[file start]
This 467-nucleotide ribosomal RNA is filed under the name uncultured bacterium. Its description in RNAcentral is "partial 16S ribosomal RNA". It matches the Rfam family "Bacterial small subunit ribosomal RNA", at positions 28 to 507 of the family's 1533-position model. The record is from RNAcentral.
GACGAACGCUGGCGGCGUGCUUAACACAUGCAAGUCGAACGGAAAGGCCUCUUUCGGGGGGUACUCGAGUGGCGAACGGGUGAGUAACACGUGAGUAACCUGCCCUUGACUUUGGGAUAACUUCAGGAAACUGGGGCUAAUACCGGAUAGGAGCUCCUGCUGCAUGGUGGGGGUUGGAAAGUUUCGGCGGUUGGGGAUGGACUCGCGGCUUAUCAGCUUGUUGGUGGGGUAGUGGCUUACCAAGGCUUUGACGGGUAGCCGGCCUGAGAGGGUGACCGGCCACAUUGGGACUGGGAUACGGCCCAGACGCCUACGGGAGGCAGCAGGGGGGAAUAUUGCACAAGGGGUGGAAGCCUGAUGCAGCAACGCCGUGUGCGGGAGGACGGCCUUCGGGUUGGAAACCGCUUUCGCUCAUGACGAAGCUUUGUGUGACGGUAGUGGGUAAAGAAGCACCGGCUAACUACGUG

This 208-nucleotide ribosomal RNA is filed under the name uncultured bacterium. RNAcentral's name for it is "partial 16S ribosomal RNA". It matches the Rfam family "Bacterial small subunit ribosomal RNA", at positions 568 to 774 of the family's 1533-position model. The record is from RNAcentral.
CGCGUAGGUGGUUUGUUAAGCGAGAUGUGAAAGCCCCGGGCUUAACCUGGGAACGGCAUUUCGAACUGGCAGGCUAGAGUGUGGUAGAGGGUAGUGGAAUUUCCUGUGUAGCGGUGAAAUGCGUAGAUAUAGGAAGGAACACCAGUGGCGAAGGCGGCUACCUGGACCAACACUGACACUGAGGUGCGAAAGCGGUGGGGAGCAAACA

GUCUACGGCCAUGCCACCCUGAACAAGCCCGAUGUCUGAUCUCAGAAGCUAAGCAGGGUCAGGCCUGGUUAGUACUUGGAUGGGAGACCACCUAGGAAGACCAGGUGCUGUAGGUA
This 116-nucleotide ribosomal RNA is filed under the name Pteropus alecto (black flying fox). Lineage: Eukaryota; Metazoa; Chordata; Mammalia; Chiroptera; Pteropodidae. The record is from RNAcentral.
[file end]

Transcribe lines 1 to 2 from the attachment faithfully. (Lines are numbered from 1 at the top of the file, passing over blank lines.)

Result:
This 467-nucleotide ribosomal RNA is filed under the name uncultured bacterium. Its description in RNAcentral is "partial 16S ribosomal RNA". It matches the Rfam family "Bacterial small subunit ribosomal RNA", at positions 28 to 507 of the family's 1533-position model. The record is from RNAcentral.
GACGAACGCUGGCGGCGUGCUUAACACAUGCAAGUCGAACGGAAAGGCCUCUUUCGGGGGGUACUCGAGUGGCGAACGGGUGAGUAACACGUGAGUAACCUGCCCUUGACUUUGGGAUAACUUCAGGAAACUGGGGCUAAUACCGGAUAGGAGCUCCUGCUGCAUGGUGGGGGUUGGAAAGUUUCGGCGGUUGGGGAUGGACUCGCGGCUUAUCAGCUUGUUGGUGGGGUAGUGGCUUACCAAGGCUUUGACGGGUAGCCGGCCUGAGAGGGUGACCGGCCACAUUGGGACUGGGAUACGGCCCAGACGCCUACGGGAGGCAGCAGGGGGGAAUAUUGCACAAGGGGUGGAAGCCUGAUGCAGCAACGCCGUGUGCGGGAGGACGGCCUUCGGGUUGGAAACCGCUUUCGCUCAUGACGAAGCUUUGUGUGACGGUAGUGGGUAAAGAAGCACCGGCUAACUACGUG